She couldn’t explain this, didn’t seem to understand why it mattered nor why I felt disappointed.
Our relationship never recovered from this incident, and I was never invited again. She became distant; she avoided me. I lost a friend, but learned a lesson. To maintain Chilean friendships, I had to be less direct, or even silent, about many things, which is not my usual style.
“Well, I’ll eat it,” said Alice…
A Chilean food I love? That’s a strong word. I’ve tried octopus—too rubbery. Cochayuyo (dried seaweed)—rubbery and sticky. No love lost there. I’d have to say that my favorite Chilean dish is Pastel de Jaiba. This is a crab casserole baked in an individual clay bowl. ¡Rico!
Pastel de Jaiba, Sally’s favorite Chilean dish (photo supplied).
“Take some more tea,” the March Hare said to Alice, very earnestly.
Since my current home is approximately 55m, and my dining room table seats four people, this would be an intimate party. I would host a traditional Chilean once, with a twist or two.
Once is tea time in Chile. Not everyone observes this tradition, but many still do. Once has its roots in friends getting together for a nip in the late afternoon. In some stories, it was soldiers who began the tradition. In other stories, it was older ladies. Either way, they wanted to keep it a secret, so they called it once. The word in Spanish means eleven, after the eleven letters in aguardiente, fire water.
These days, alcohol is not usually served at once. Traditional once includes tea, bread with butter and jam, sometimes ham and cheese, and on special occasions, a cake. Chileans love sweets, and many cakes here are layered with manjar, a tooth-aching, caramelized milk filling, similar to dulce de leche.
I would use my best tablecloth and my English teapot. Manjar‘s too sweet for me, so I would serve a gooey, dark chocolate confection instead, and since I’m a gringa, I would serve a dry, bubbly espumante, in addition to the tea.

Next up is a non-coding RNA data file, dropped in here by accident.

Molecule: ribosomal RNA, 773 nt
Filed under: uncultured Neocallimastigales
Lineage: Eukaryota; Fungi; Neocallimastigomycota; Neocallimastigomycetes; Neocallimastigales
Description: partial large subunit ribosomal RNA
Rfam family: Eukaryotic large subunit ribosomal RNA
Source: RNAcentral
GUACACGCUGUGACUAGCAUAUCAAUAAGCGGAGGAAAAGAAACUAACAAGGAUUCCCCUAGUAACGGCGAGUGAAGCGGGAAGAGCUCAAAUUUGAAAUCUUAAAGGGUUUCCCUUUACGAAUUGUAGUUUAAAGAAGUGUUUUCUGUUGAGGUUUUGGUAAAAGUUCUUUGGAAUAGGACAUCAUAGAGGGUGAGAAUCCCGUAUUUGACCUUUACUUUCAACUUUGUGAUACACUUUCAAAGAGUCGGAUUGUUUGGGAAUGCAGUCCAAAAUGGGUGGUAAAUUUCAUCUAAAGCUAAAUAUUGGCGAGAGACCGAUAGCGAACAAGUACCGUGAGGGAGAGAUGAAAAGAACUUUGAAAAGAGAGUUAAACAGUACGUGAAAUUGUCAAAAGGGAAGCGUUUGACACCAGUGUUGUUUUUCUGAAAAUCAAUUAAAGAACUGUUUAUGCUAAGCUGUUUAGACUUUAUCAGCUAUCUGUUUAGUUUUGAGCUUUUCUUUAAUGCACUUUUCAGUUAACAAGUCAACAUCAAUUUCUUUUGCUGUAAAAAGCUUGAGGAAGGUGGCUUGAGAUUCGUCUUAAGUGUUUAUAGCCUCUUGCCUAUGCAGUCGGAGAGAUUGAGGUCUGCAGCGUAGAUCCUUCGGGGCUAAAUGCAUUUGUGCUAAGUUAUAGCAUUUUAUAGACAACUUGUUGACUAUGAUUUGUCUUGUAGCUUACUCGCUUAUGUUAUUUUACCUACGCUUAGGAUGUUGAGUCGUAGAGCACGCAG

Wearing hats might be involved. Gloves, optional.
Is Sally Alice or the Mad Hatter here? (Photo supplied)
“I almost wish I hadn’t gone down that rabbit-hole—and yet—and yet—it’s rather curious, you know, this sort of life!”
My identity shift began in New York and has continued here in Chile. There is something empowering about moving into the unknown. When you start to have small victories, like navigating the subway or ordering in Spanish at a restaurant, you feel a heady success.
On the flip side, your mettle is tested on an almost-daily basis. Once you have proved to yourself that you can survive, evolve, adapt, and thrive, you get a glimpse of who you really are.
Sally in Disneyland teacup, foreshadowing her experience of being wonderlanded (photo supplied).
Advice for those who have only just stepped through the looking glass
It’s okay to not know where you belong. Change course if necessary. Accept that you may never fit in. If something doesn’t work, be flexible. Try something else. Reinvent yourself. The good news is that you’ve already done it once, and you can do it again.
“Alice had begun to think that very few things indeed were really impossible.”
Ironically, I often work best when I am confused, challenged, or depressed. Since none of these is the case at the moment, I’m distracted by life, in general, but I have two specific projects in mind.
The first is an illustrated children’s book. It will be based in Chile, using iconic settings, and the theme will revolve around two of Santiago’s one million street dogs. I call them Bruno and Roger.
I am also in the process of reviewing and editing a former project titled Well, Why Was I Born: The Romance that Never Was. Publication goal: 2017.
Sally’s great works: two in the bag and two to come.
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Thank you, Sally! That was a jolly good trip, both entertaining and thoughtful. Readers, I wonder if you feel like me, that there was something very special about the experience of being “wonderlanded” with Sally in Santiago? Please let us know in the comments. ~ML
STAY TUNED for the next fab post: an example of how Sally writes about place.